Time For Supplemental Capital
What are we waiting for? Why not? Now is the time! NASCUS hears these questions and comments often when discussing the topic of supplemental capital for credit unions. From a safety and soundness perspective, NASCUS and state regulators are convinced that there is no reason to delay the legislative and regulatory changes to institute supplemental capital for all credit unions.
Although the majority of credit unions are well-capitalized, the credit union system needs capital and it needs capital now. While credit unions have managed to perform generally well during this tough economic time, it has not been without continuous challenges. And with balance sheets in the red, negative earnings and insurance fund assistance to the corporates, the evidence is clear that supplemental capital would benefit the credit union system.
For nearly 10 years, NASCUS and state regulators have encouraged Congress and the National Credit Union Administration (NCUA) to allow supplemental capital for all credit unions. A few years ago, the topic garnered mixed reviews and little consensus existed in the system. However, with dramatic developments in the financial sector during the last year, consensus is building for supplemental capital options for credit unions. Complex economic burdens have reinforced the position of NASCUS and others that there is a significant need for alternative means to maintain or to raise capital.
An Essential Tool
NCUA Board Member Gigi Hyland announced this past December that she is accelerating discussions about supplemental capital, having heard convincing arguments by NASCUS and state regulators about the importance of capital reform. NASCUS has continuously stated that supplemental capital for credit unions is first and foremost a matter of safety and soundness for the credit union system. In turbulent times, credit unions must have the necessary tools to protect and enhance liquidity for now - and into the future. Supplemental capital is one of those essential tools needed urgently by credit unions.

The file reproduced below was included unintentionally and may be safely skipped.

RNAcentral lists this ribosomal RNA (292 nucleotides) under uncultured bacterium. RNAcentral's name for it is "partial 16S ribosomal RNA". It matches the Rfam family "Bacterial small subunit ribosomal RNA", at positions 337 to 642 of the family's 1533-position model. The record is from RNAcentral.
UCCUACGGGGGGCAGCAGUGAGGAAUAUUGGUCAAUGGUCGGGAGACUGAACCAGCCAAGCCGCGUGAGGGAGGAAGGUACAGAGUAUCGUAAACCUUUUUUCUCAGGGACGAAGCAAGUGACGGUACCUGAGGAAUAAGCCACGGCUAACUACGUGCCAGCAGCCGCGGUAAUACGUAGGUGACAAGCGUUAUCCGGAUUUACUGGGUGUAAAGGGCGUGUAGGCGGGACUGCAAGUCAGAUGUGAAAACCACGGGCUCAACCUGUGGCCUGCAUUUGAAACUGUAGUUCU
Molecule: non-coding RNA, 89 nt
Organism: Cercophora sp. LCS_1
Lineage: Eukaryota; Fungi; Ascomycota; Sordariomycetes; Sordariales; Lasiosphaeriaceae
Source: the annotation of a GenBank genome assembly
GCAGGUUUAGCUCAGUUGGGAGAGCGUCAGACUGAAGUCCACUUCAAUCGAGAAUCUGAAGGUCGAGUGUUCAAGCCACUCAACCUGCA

A change to the definition of net worth in the Federal Credit Union Act is necessary for credit unions to count more than just retained earnings in their net worth. After the law is amended, state and federal regulators would promulgate appropriate regulations to implement supplemental capital. Fortunately, regulators will not have to start from scratch on the models and regulations. Both low-income and corporate credit unions currently use supplemental capital and NASCUS authored a white paper with three capital models as a springboard for discussion. NASCUS is confident that the supplemental capital models can be refined in a manner that adheres to four principles: 1) protection of safety and soundness; 2) preservation of the credit union cooperative ownership; 3) maintenance of the federal credit union tax exempt status; and 4) commitment to full disclosure for members.
A Reasonable Solution
As we know, Congress has a full agenda in the coming weeks and months; it will be diligently working on a major overhaul of the current regulatory system, among other important matters. NASCUS will continue its efforts to persuade Congress to include credit union capital reform in its legislative agenda. Allowing supplemental capital for credit unions is reasonable and a beneficial solution that we can achieve to enhance credit union safety and soundness. Further, supplemental capital would act as a buffer to the National Credit Union Share Insurance Fund (NCUSIF), thereby adding an extra layer of protection to maintain credit unions' long independence from the federal government and taxpayer assistance.
NASCUS urges the entire credit union system to join us in encouraging Congress, the U.S. Treasury and others to take action immediately to make supplemental capital an option for all credit unions. We need to take every feasible step to enhance safety and soundness, to protect the insurance fund and to bolster liquidity in these challenging times. NASCUS encourages you to join us in advancing the important dialogue on this issue. Let's give credit unions the capital options they need to continue and to enhance their important role in the American financial services system.
Mary Martha Fortney is president/CEO of NASCUS and can be reached at firstname.lastname@example.org. Read more about NASCUS' supplemental capital efforts at www.nascus.org.